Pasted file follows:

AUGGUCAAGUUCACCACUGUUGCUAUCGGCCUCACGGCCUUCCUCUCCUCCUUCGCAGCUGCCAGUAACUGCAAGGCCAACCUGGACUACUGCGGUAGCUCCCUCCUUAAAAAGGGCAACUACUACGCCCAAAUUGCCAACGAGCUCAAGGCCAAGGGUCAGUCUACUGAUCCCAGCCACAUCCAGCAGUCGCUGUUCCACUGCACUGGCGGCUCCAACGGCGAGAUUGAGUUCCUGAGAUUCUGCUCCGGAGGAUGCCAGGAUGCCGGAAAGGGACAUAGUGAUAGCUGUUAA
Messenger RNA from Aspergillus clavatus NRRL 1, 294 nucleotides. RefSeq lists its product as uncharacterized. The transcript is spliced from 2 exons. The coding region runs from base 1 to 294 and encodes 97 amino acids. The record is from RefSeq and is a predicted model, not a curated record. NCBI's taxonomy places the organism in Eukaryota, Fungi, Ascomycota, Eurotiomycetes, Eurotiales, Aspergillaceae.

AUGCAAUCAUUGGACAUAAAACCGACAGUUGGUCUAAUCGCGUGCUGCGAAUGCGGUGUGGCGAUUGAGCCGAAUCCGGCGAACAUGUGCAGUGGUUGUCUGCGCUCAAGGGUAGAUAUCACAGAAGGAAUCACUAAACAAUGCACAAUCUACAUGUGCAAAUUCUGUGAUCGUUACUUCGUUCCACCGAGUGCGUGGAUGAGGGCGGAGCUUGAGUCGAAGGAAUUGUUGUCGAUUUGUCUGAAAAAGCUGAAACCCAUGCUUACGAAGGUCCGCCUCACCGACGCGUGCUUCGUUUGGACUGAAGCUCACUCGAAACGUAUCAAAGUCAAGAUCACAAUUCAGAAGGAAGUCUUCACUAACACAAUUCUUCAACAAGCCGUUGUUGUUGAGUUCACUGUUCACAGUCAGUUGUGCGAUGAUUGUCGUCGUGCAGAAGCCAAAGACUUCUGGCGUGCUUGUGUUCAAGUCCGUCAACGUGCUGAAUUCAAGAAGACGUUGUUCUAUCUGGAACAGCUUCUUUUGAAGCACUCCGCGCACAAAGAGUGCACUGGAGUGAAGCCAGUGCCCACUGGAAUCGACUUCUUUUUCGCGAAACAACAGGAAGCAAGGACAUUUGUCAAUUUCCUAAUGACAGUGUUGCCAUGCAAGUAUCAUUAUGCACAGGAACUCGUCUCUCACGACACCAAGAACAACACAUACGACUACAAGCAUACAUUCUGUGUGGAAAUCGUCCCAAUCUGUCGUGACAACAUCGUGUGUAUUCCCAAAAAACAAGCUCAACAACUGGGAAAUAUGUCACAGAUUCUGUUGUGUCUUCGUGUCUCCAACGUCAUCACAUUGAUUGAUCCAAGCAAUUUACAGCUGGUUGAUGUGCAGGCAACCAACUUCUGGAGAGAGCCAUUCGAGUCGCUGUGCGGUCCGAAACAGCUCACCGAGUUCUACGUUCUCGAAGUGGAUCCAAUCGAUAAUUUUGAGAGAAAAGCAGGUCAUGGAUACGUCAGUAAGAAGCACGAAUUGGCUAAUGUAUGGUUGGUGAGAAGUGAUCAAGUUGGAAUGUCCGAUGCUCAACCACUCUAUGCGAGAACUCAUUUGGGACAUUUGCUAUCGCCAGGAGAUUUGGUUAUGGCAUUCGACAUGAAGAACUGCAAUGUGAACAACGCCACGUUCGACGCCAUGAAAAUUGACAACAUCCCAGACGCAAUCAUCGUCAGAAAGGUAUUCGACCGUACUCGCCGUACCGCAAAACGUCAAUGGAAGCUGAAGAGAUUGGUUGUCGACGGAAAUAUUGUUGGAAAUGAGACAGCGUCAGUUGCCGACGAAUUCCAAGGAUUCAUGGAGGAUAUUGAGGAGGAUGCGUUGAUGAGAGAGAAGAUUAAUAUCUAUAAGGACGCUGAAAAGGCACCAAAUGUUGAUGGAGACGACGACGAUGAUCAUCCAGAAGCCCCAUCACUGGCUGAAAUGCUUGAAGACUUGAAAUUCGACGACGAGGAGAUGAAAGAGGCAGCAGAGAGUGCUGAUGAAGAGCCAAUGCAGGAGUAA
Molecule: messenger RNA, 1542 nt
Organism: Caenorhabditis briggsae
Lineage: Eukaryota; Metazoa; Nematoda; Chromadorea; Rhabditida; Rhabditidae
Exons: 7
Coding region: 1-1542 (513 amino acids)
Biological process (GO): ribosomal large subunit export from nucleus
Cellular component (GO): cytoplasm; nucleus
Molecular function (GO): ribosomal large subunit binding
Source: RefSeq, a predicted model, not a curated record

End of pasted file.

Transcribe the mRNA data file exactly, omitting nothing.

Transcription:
AUGGUCAAGUUCACCACUGUUGCUAUCGGCCUCACGGCCUUCCUCUCCUCCUUCGCAGCUGCCAGUAACUGCAAGGCCAACCUGGACUACUGCGGUAGCUCCCUCCUUAAAAAGGGCAACUACUACGCCCAAAUUGCCAACGAGCUCAAGGCCAAGGGUCAGUCUACUGAUCCCAGCCACAUCCAGCAGUCGCUGUUCCACUGCACUGGCGGCUCCAACGGCGAGAUUGAGUUCCUGAGAUUCUGCUCCGGAGGAUGCCAGGAUGCCGGAAAGGGACAUAGUGAUAGCUGUUAA
Messenger RNA from Aspergillus clavatus NRRL 1, 294 nucleotides. RefSeq lists its product as uncharacterized. The transcript is spliced from 2 exons. The coding region runs from base 1 to 294 and encodes 97 amino acids. The record is from RefSeq and is a predicted model, not a curated record. NCBI's taxonomy places the organism in Eukaryota, Fungi, Ascomycota, Eurotiomycetes, Eurotiales, Aspergillaceae.

AUGCAAUCAUUGGACAUAAAACCGACAGUUGGUCUAAUCGCGUGCUGCGAAUGCGGUGUGGCGAUUGAGCCGAAUCCGGCGAACAUGUGCAGUGGUUGUCUGCGCUCAAGGGUAGAUAUCACAGAAGGAAUCACUAAACAAUGCACAAUCUACAUGUGCAAAUUCUGUGAUCGUUACUUCGUUCCACCGAGUGCGUGGAUGAGGGCGGAGCUUGAGUCGAAGGAAUUGUUGUCGAUUUGUCUGAAAAAGCUGAAACCCAUGCUUACGAAGGUCCGCCUCACCGACGCGUGCUUCGUUUGGACUGAAGCUCACUCGAAACGUAUCAAAGUCAAGAUCACAAUUCAGAAGGAAGUCUUCACUAACACAAUUCUUCAACAAGCCGUUGUUGUUGAGUUCACUGUUCACAGUCAGUUGUGCGAUGAUUGUCGUCGUGCAGAAGCCAAAGACUUCUGGCGUGCUUGUGUUCAAGUCCGUCAACGUGCUGAAUUCAAGAAGACGUUGUUCUAUCUGGAACAGCUUCUUUUGAAGCACUCCGCGCACAAAGAGUGCACUGGAGUGAAGCCAGUGCCCACUGGAAUCGACUUCUUUUUCGCGAAACAACAGGAAGCAAGGACAUUUGUCAAUUUCCUAAUGACAGUGUUGCCAUGCAAGUAUCAUUAUGCACAGGAACUCGUCUCUCACGACACCAAGAACAACACAUACGACUACAAGCAUACAUUCUGUGUGGAAAUCGUCCCAAUCUGUCGUGACAACAUCGUGUGUAUUCCCAAAAAACAAGCUCAACAACUGGGAAAUAUGUCACAGAUUCUGUUGUGUCUUCGUGUCUCCAACGUCAUCACAUUGAUUGAUCCAAGCAAUUUACAGCUGGUUGAUGUGCAGGCAACCAACUUCUGGAGAGAGCCAUUCGAGUCGCUGUGCGGUCCGAAACAGCUCACCGAGUUCUACGUUCUCGAAGUGGAUCCAAUCGAUAAUUUUGAGAGAAAAGCAGGUCAUGGAUACGUCAGUAAGAAGCACGAAUUGGCUAAUGUAUGGUUGGUGAGAAGUGAUCAAGUUGGAAUGUCCGAUGCUCAACCACUCUAUGCGAGAACUCAUUUGGGACAUUUGCUAUCGCCAGGAGAUUUGGUUAUGGCAUUCGACAUGAAGAACUGCAAUGUGAACAACGCCACGUUCGACGCCAUGAAAAUUGACAACAUCCCAGACGCAAUCAUCGUCAGAAAGGUAUUCGACCGUACUCGCCGUACCGCAAAACGUCAAUGGAAGCUGAAGAGAUUGGUUGUCGACGGAAAUAUUGUUGGAAAUGAGACAGCGUCAGUUGCCGACGAAUUCCAAGGAUUCAUGGAGGAUAUUGAGGAGGAUGCGUUGAUGAGAGAGAAGAUUAAUAUCUAUAAGGACGCUGAAAAGGCACCAAAUGUUGAUGGAGACGACGACGAUGAUCAUCCAGAAGCCCCAUCACUGGCUGAAAUGCUUGAAGACUUGAAAUUCGACGACGAGGAGAUGAAAGAGGCAGCAGAGAGUGCUGAUGAAGAGCCAAUGCAGGAGUAA
Molecule: messenger RNA, 1542 nt
Organism: Caenorhabditis briggsae
Lineage: Eukaryota; Metazoa; Nematoda; Chromadorea; Rhabditida; Rhabditidae
Exons: 7
Coding region: 1-1542 (513 amino acids)
Biological process (GO): ribosomal large subunit export from nucleus
Cellular component (GO): cytoplasm; nucleus
Molecular function (GO): ribosomal large subunit binding
Source: RefSeq, a predicted model, not a curated record